Canada’s Plans to the Open Government Partnership

What is Canada doing on Open Government - Transcript

Jamie Boyd: My name is Jamie Boyd, and I work for the team responsible for implementing Open Government commitments in the Government of Canada. So we are very proud members of the Open Government Partnership, which is the global movement to advance openness in government. In fact, we're going to be taking on a role on the steering committee.

As members in the OGP, we're required to develop two-year plans on open government. We're on our third plan right now, and it's definitely our most ambitious. It contains 22 commitments that come from all over the federal government. And we're really looking at ways to equip federal public servants with skills and knowledge to help make Open Government just part of how we do public policy in Canada. So overall, we're really looking at moving from this world where we – we just push information and data out to a really more nuanced approach to Open Government. where we can focus on co-creation and working together to build a better Canada.

We've got a number of interesting tools for doing this. We have a portal, open.canada.ca, and we're publishing tons of great stuff on there. It's really exciting. It's – it's pretty unprecedented, I'd say, at a global scale. And we're starting to look at ways to allow Canadians to really peek behind the curtain and be part of our policy development process.

The Government of Canada continuously renews its approach to open government, working with Canadian citizens, business and civil society. Following standards set by the international Open Government Partnership (OGP), we develop and report on plans that formalize Canada’s commitment to open, accountable, and transparent government.

Learn about the current plan and our progress, or search through the history of open government in Canada. The supporting consultations, analyses, and reports are available on each plan page.

2016-2018

Third Biennial Plan to the Open Government Partnership 2016-18

Canada’s third plan consists of 22 commitments, many of which focus on building the culture and capacity for Open Government. Canada’s approach in this Plan is structured within four priority areas: open by default; fiscal transparency; innovation, prosperity, and sustainable development; and engaging Canadians and the world.

Mid-Term Self-Assessment Report on Canada’s Third Biennial Plan to the Open Government Partnership 2016-2018 (November 2017)

This report is the Government of Canada’s self-assessment of how it was progressing on commitments in the Third Biennial Plan to the Open Government Partnership 2016-18 at the mid-way point.

Progress tracker for the Third Biennial Plan to the Open Government Partnership

The Open Government Tracker provides quarterly updates on the Government of Canada’s progress on commitments in the Third Biennial Plan to the Open Government Partnership 2016-18.

2014-2016

Canada’s Action Plan on Open Government 2014-16

Canada’s second Action Plan included the Directive on Open Government, which made it mandatory for federal government departments and agencies to maximize the release of data and information. This Plan also established commitments to collaborate with provinces, territories, and municipalities through Open Data Canada, with the private sector through the Open Data Exchange, and with the international community through Open Data for Development. 2014-16 also saw an expansion of Government of Canada work on open contracting and open financial data and information.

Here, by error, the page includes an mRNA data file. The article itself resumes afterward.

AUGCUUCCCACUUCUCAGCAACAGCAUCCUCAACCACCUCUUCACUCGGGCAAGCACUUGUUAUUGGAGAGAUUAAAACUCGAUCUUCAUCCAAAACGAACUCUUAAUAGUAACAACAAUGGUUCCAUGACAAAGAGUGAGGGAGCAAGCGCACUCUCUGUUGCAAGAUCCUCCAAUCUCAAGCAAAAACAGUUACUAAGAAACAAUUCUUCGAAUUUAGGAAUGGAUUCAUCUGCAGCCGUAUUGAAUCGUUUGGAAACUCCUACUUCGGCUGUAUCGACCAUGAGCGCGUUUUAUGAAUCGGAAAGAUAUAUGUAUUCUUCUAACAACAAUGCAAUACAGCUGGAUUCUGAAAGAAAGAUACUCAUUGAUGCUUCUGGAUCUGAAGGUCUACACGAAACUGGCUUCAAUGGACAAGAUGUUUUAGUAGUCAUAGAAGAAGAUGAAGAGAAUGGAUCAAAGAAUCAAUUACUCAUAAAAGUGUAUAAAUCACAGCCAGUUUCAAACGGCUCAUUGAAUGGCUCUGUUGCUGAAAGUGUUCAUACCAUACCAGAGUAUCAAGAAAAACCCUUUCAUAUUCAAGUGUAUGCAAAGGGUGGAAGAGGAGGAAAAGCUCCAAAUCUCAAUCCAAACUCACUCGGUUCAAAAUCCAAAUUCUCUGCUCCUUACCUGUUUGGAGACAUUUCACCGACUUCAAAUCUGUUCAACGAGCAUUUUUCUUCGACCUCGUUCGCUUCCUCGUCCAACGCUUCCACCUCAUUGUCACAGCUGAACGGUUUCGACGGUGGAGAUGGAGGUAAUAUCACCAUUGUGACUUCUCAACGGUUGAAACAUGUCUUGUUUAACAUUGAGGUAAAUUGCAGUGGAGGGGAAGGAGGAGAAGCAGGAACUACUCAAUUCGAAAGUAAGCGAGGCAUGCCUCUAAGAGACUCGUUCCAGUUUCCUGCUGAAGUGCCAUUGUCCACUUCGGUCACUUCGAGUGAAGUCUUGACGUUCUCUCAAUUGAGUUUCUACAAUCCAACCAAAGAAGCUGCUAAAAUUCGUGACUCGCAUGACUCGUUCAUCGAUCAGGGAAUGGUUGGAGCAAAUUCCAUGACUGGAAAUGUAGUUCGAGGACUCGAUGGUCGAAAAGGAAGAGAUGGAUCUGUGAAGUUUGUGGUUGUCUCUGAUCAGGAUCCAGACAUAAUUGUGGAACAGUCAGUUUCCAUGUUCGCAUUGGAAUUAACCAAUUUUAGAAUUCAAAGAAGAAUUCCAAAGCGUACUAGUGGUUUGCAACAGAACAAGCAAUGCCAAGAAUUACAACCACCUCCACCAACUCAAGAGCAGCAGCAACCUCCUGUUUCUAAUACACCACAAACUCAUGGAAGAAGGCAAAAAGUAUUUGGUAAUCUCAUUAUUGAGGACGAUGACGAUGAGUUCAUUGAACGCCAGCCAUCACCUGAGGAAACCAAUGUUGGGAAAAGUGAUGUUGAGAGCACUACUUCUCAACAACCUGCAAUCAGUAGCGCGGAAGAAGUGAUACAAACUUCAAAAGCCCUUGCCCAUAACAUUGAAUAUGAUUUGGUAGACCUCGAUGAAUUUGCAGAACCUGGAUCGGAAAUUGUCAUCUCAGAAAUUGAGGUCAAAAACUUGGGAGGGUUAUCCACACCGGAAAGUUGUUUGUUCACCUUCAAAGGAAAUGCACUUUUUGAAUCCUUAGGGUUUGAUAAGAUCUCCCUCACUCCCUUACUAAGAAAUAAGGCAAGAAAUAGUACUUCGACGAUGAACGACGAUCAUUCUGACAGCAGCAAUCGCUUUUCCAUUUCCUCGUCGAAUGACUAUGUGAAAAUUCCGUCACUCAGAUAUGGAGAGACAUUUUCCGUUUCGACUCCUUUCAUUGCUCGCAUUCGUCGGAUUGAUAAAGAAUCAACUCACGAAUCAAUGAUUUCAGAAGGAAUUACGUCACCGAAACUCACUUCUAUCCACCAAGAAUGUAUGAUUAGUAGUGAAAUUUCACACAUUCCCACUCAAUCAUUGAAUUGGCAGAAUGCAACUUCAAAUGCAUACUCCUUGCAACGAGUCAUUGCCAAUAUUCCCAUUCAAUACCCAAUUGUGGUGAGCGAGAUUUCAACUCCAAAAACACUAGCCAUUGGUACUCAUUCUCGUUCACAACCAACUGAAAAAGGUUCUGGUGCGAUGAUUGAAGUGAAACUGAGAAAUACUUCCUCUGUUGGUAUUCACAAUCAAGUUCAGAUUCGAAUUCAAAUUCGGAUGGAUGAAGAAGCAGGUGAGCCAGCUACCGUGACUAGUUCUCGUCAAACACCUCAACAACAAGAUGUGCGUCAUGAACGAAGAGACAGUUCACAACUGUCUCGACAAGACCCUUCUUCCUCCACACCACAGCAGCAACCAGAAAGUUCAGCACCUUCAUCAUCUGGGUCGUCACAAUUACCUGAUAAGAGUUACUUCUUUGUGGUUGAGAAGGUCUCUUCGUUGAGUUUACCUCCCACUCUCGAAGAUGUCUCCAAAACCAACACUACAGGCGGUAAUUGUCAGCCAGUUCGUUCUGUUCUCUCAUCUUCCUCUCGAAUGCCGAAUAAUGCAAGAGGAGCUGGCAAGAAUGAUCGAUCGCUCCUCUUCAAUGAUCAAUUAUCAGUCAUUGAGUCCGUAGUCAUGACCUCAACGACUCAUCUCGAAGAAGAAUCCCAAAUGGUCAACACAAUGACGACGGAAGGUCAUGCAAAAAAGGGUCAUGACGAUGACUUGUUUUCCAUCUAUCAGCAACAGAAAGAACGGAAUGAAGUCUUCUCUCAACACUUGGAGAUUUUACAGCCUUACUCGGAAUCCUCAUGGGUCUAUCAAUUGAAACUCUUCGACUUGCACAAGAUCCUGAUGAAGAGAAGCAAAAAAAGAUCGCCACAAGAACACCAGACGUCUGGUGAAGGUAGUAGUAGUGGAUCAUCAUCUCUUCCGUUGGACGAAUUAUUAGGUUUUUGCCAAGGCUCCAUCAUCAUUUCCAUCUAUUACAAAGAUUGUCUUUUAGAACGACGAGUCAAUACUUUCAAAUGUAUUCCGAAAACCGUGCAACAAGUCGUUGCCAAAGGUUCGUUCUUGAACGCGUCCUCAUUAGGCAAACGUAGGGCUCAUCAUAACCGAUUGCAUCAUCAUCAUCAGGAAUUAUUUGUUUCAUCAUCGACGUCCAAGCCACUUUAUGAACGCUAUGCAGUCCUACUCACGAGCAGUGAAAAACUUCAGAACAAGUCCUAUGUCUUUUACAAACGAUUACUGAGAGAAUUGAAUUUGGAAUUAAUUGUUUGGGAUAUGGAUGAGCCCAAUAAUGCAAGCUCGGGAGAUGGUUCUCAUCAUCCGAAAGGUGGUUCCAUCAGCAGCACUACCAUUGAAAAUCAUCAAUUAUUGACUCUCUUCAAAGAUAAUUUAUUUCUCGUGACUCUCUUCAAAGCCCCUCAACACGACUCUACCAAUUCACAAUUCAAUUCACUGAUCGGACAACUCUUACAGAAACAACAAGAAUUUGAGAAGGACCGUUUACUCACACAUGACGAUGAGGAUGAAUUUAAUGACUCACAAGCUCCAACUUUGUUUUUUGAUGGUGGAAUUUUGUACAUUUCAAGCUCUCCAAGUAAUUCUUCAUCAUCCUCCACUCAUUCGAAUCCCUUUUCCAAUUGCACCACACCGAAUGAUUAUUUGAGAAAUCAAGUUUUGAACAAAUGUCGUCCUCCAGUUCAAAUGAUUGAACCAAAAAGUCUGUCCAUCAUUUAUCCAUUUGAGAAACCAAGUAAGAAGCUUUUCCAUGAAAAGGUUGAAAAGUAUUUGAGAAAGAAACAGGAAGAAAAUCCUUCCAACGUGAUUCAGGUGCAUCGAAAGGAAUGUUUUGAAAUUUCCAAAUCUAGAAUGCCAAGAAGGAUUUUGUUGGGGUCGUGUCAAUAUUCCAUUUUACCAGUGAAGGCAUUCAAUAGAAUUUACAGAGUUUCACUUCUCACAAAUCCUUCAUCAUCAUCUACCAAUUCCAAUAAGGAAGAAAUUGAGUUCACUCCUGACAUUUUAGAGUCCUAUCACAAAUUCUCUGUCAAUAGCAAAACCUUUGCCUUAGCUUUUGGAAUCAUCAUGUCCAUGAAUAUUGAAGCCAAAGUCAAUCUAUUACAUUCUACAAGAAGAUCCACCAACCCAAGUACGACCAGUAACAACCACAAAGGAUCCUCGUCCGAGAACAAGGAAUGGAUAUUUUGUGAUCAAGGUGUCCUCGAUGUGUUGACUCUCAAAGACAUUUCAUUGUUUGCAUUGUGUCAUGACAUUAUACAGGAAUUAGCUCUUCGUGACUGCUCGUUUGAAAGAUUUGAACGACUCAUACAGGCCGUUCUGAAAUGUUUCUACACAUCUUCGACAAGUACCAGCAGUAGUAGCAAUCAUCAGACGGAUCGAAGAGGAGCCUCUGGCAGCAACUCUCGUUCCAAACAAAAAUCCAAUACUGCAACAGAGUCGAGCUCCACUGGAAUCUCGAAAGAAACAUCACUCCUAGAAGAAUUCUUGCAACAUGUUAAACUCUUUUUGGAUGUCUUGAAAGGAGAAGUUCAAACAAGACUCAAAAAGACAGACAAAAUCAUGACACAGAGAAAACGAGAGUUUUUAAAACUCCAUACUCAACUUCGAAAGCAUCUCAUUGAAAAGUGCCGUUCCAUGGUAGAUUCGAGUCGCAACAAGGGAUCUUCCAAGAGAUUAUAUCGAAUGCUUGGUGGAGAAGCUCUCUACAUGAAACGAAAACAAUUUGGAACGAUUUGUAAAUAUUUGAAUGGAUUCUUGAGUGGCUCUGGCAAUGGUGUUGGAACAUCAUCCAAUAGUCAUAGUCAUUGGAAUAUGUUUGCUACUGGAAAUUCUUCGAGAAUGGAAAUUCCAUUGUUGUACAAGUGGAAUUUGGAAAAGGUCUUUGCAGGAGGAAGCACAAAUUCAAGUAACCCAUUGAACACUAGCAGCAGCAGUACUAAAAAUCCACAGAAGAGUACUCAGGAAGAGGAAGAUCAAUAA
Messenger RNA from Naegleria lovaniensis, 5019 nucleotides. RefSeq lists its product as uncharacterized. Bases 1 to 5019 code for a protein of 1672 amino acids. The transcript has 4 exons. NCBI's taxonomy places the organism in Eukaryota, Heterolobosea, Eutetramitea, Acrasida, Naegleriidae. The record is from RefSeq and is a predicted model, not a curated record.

End-of-term Self-assessment Report 2014-16 (January 2017)

This report offers a self-assessment of progress on Canada’s Action Plan on Open Government 2014-16. The plan sought to advance a series of commitments to help modernize how Government operates to reflect the evolving values and expectations of Canadians. This first End-of-term Self-assessment report is part of Canada’s commitment to the OGP. It outlines the implementation process for the completed 2014-16 Plan and summarizes progress achieved and lessons learned with regards to Canada’s objectives for 2014-2016.

Mid-term Self-assessment Report 2014-16 (January 2016)

This report is the Government of Canada’s self-assessment of how it was progressing on commitments in the Action Plan on Open Government 2014-16 at the mid-way point.

2012-2014

Canada’s Action Plan on Open Government 2012-14

Canada’s first plan to the Open Government Partnership, after joining the OGP in 2011, set a direction for how Government manages and releases records and changed Canada’s open data portal, data.gc.ca, from a pilot into a permanent program. This Action Plan was structured along three streams of activity: open data, open information, and open dialogue.

Mid-term Self-assessment Report 2012-14

This report is the Government of Canada’s self-assessment of how it was progressing on commitments in the Action Plan on Open Government 2012-14 at the mid-way point.

Open Government Advisory Panel

A group of national and international experts helped guide the development and implementation of Canada’s first two action plans.

Collaboration

Canada’s approach to open government is also driven by international agreements and collaboration.

About the Open Government Partnership

Focusing on open government is a global multilateral initiative. Canada supports meaningful and honest dialogue between citizens and governments.

Multi-Stakeholder Forum on Open Government

Ongoing dialogue between government and civil society is a best practice promoted by the OGP. This forum will ensure the delivery of effective, collaborative initiatives and support Canada’s priorities.